Wang says he noted research done by a current SOM professor in his application essay. Once accepted, he received a warm welcome email from her stating that it was “touching, inspiring, and encouraging” that his experiences resonated with her work. Admitted to SOM in round two, Wang has already put down his deposit to be in SOM’s Class of 2019. He has no doubts. “I apologize if I sound like a SOM cheerleader, but I think a quote by a current student best sums up my decision process: ‘I wouldn’t say I picked Yale, I was very fortunate to have been picked by Yale.'”


Lauredan, 29, who will be going to work for Bain & Co. after graduation, agrees. “SOM is a real community and it’s very diverse, not only in terms of academic backgrounds and companies, but in the thought process of the students,” he says. “When I came to Welcome Weekend (the event SOM holds to get admitted students to commit to the school), I  was definitely leaning SOM.  But it was seeing the mission resonate with the students and seeing how close the community is that really sold me on the school. There are fewer silos here than I saw at other programs. And people here have a broad-minded view of the world in general and are willing to connect with people who are very different from them. We are a very different program from Wharton or Booth. Besides the smaller size of our program, it’s pretty clear there is a different kind of feeling there. It’s a place I knew I could have impact. You can leave your own mark here.”

Saltzman, for one, has no regrets about her decision. She recalls the moment that helped her decide she would go to SOM. It was soon after a phone call with her cousin-in-law who intended to apply to business school a year later. At the time, Saltzman was still undecided. “I had been going back and forth and even my husband was making fun of me,” she says. “I was on the phone with my cousin and she said that if she got into SOM, it would make her so happy. I felt genuinely happy that SOM was her first choice, and I realized that I already had that choice. It was a clear signal to me.”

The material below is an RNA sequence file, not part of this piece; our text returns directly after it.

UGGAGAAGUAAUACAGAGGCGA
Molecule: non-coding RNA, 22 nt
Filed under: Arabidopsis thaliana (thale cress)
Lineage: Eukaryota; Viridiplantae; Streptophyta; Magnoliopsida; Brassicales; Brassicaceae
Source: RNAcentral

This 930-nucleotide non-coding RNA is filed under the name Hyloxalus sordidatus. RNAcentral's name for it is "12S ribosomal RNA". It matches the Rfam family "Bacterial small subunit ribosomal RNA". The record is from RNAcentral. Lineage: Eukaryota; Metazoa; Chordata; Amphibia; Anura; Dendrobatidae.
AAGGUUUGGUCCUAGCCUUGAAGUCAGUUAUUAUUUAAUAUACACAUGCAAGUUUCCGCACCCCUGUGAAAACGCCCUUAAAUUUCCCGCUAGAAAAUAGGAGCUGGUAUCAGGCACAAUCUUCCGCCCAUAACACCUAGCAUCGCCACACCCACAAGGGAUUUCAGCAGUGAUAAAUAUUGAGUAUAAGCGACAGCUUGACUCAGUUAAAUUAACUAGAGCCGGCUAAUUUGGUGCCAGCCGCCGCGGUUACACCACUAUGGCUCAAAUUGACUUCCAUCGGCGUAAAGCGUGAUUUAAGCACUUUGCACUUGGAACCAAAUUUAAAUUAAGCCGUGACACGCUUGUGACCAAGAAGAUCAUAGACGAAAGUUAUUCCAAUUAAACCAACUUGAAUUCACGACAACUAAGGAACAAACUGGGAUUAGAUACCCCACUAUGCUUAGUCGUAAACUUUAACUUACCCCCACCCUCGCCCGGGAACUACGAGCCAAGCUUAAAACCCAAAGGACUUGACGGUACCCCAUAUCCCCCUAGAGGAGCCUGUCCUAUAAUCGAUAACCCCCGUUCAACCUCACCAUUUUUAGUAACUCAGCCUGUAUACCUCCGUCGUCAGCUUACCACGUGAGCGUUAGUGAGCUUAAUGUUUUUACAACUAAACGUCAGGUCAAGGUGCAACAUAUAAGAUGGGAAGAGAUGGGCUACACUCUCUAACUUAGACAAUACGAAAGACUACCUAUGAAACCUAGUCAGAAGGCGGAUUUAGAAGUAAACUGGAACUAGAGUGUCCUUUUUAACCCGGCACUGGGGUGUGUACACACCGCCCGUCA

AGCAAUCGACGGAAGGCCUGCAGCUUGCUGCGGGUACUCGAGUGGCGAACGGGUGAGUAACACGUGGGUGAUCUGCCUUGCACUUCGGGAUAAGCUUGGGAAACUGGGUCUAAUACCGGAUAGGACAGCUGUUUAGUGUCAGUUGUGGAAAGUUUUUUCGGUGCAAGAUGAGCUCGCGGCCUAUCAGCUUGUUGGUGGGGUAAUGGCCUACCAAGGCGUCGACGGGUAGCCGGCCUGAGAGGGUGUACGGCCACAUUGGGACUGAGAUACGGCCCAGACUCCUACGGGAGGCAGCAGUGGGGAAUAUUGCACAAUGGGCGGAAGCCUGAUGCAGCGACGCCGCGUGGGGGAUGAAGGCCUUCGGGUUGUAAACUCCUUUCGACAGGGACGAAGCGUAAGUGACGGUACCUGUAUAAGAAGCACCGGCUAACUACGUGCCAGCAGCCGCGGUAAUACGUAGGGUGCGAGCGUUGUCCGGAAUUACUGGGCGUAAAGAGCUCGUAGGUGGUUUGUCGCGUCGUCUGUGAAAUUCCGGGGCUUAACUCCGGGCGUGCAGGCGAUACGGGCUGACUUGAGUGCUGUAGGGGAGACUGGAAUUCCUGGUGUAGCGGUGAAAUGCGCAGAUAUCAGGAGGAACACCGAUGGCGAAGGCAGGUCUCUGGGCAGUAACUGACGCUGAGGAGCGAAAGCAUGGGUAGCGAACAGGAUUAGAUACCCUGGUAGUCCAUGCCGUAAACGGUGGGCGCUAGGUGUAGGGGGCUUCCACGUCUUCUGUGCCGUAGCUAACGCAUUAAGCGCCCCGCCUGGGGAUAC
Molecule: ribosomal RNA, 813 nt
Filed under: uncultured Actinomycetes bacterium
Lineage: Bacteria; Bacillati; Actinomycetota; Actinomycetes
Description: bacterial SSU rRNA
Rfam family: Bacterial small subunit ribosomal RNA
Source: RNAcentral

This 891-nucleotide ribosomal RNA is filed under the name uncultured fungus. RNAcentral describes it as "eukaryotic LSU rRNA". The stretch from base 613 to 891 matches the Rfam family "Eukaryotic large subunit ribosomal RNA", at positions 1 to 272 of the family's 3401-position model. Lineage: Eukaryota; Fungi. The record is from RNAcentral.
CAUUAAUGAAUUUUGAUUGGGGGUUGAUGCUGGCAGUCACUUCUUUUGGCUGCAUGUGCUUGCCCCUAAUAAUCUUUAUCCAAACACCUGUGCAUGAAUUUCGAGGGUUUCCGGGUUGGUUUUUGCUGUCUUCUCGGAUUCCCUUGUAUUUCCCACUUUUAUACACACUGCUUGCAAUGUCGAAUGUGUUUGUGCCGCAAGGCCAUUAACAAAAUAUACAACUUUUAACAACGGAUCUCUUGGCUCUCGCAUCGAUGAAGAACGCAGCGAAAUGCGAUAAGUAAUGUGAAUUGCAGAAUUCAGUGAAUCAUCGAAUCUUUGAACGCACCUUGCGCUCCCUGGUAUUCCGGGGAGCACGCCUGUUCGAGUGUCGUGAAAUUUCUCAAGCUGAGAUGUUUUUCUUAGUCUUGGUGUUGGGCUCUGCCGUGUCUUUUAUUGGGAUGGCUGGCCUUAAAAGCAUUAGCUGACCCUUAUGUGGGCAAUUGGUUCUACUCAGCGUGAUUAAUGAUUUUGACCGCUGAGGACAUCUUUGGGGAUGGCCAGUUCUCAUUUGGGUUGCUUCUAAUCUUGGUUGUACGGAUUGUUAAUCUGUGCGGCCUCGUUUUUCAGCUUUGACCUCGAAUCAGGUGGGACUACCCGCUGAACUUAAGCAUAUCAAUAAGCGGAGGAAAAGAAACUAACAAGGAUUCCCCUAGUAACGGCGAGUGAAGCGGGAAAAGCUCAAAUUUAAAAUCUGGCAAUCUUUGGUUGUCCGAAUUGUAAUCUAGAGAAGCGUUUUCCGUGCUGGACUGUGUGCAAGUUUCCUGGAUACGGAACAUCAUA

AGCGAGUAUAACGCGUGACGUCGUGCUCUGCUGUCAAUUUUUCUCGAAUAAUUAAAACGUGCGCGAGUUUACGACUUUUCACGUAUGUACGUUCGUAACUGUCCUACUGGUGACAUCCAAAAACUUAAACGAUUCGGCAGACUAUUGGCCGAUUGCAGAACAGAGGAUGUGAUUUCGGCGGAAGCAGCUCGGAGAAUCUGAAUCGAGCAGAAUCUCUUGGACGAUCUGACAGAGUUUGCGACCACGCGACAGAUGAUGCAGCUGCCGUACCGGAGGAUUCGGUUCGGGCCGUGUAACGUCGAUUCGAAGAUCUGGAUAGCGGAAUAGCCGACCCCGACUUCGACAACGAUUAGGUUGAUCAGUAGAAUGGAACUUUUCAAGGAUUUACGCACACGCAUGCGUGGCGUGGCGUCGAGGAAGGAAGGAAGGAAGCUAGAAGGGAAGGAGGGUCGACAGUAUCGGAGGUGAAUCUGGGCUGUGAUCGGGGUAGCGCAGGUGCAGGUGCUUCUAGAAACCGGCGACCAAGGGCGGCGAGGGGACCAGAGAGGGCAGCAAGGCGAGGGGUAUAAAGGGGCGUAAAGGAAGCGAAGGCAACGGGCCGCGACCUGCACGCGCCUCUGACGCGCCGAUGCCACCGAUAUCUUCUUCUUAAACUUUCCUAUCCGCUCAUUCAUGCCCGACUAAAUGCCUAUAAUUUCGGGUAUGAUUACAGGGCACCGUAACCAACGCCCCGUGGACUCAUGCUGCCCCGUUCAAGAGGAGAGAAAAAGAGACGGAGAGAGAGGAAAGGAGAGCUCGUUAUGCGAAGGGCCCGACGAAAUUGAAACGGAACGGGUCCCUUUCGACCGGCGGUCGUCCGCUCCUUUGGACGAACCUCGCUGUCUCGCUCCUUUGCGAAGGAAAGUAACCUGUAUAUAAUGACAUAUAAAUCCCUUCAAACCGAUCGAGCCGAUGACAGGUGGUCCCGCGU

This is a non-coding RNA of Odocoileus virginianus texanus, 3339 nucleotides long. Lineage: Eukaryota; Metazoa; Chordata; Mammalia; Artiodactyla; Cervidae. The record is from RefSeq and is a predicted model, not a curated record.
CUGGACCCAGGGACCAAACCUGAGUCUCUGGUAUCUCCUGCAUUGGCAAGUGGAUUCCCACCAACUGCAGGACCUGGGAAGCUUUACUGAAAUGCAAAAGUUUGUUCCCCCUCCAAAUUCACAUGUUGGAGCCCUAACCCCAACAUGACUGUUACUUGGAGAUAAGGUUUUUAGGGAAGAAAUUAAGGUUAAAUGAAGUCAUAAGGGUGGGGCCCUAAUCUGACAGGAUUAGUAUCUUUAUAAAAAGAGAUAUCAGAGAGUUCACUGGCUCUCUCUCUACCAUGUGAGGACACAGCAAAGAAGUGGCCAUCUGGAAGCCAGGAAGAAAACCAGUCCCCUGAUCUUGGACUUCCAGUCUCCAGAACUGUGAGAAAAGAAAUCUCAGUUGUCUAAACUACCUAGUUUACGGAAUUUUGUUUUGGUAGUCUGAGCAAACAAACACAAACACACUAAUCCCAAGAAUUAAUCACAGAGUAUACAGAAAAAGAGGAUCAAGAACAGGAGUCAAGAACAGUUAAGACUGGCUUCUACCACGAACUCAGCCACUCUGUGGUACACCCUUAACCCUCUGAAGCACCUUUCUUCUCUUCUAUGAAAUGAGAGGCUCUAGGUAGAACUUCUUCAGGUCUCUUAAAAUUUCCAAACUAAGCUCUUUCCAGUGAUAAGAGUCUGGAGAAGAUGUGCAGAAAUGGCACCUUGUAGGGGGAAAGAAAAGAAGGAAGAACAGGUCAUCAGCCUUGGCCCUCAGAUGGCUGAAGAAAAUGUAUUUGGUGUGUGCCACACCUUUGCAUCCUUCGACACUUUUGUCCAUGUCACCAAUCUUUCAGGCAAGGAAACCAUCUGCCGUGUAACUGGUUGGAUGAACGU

One of her most memorable experiences at SOM centers around a Monday evening event called Voices. Every Monday, three to four classmates give 15-minute presentations about their lives. “It is really personal,” she says. “We just sit there and listen to our classmates speak about their personal struggles or and successes. It’s very powerful. People are being really vulnerable in front of each other. I have gotten to know and have so much more respect for my classmates, knowing what they had to overcome and what they have achieved.”

As in everything in life, however, perceptions still matter, especially to the less informed. It’s a reality grasped by Jain, for sure. “The lag that always exists between reputation and reality has shrunk a little bit as our graduates have gone into the world and lived the mission,” says Jain. “We’re a young school so it takes some time for the reputation to fully reflect the substnace of what we’re doing. But if we stay true to this path, we will continue to close the gap between reputation and reality. Yale will still be a different kind of a place.”